Room ventilation question

Discussion in 'Home Theater Projects' started by Bobby C, Mar 11, 2004.

  1. Bobby C

    Bobby C Stunt Coordinator

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    Hi,

    I started building out my HT a couple of months ago, but of course it got put on hold because of another project. I'll be starting up again in a few weeks, but have a question on ventilation of the room.

    This room is in the basement, only 1 (small) window in a 12x20' room, 7' high. Currently the room receives no direct ventilation, but the forced air (heat & A/C) for the upstairs is routed through the ceiling joists. Right now there are 2 supply and 1 return in that could easily be tapped into to provide room ventilation.

    I could put more in if needed, however I won't be adding a separate control for the room or basement. Any suggestions on whether this I need more ventilation? The return is near the front of the room, as is one of the supply ducts. In addition, the 2nd supply is about 2/3rds towards the back of the room.

    Any suggestions are appreciated!

    Bob
     
  2. Jason D.

    Jason D. Agent

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    I am in a similar situation as you as I am working on my HT in my basement as we speak. I am actually having the ducts tapped into next week and am putting a 10x6 vent in each of the two major rooms I am building....HOWEVER, I am only installing ONE return air in the other room (not the HT) due to noise. The return air is a major source for bringing noise into and out of the room....(I can hear my wife and son upstairs (two stories up) when talking normal if I put my ear by the return air vent. So my suggestion is to NOT put a R/A into your HT IF you have gone through great efforts to make it sound tight (which I am doing).

    Also remeber, it totally defeats the purpose of doing a staggered stud wall or resiliant channel if you go and put a standard $30 hollow-core door on the room. I would suggest a solid core door with a threshold. Again, this is IF you are trying to build a sound tight (well as much as possible) room. Good luck!

    -Jason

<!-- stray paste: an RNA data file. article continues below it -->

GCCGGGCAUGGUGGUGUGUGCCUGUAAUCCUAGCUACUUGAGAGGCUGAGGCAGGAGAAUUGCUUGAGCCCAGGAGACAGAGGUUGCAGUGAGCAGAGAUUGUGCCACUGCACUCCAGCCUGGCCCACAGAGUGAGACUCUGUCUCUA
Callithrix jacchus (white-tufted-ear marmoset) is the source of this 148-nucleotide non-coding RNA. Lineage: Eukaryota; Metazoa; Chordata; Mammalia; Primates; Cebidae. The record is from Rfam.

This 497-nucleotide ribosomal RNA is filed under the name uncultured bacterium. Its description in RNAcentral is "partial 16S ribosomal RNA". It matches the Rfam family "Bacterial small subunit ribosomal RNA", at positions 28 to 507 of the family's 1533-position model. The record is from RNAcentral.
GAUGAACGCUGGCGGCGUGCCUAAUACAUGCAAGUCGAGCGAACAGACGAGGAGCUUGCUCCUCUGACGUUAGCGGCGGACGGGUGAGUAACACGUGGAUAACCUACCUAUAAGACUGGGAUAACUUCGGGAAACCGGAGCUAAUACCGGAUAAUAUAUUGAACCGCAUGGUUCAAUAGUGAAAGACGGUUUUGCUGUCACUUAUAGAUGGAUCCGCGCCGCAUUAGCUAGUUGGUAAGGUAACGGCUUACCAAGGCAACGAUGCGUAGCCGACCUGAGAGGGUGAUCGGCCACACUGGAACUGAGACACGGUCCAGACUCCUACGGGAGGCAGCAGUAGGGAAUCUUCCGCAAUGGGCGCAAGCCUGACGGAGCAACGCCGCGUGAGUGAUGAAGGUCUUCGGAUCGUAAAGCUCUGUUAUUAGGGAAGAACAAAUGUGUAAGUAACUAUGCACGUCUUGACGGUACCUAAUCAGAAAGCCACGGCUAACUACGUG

3. Bobby C

    Bobby C Stunt Coordinator

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    Jason,

    Thanks for the feedback. Yes, I am planning on a solid core door (as I am doing the R/C route). However I'm thinking that a return would be important, I worry about 'stuffiness'. Thanks again!
    Bob
     
  4. Steve Lucas

    Steve Lucas Stunt Coordinator

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    It's been my experience that if you close a room off from the rest of the house with no return duct, you also get almost no AC/Heat in that room. You need the return to allow the supply vents to do thier job.
    In my ht, I have ceiling vents that I could open or close to vary the amount of AC/Heat in the room (It's also in a basement). However, I found that closing the vents much at all caused them to be very loud when the air flowed through them. Fortunately, I had access to the ducts (flexible ducts) feeding them and had manual dampers installed in the ducts to allow me to control the amount of air going to the vents in the room. It's really just a plate inside the duct with a handle outside so that you can open/close the damper. I leave the in-room vents wide open at all times and control the airflow via the dampers. It works like a charm and I never hear any noise from the vents.
     
  5. Glen C

    Glen C Stunt Coordinator

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    If your system is properly installed you will get PLENTY of heat/ac regardless. Without air returns in a basement, you will not get the dehumidification benefits of central air in that room... (basement air will not be 'returned' directly) but you will obviously lower relative humidity in a basement by infusing the cold air with little humidity from the AC unit [​IMG]
     

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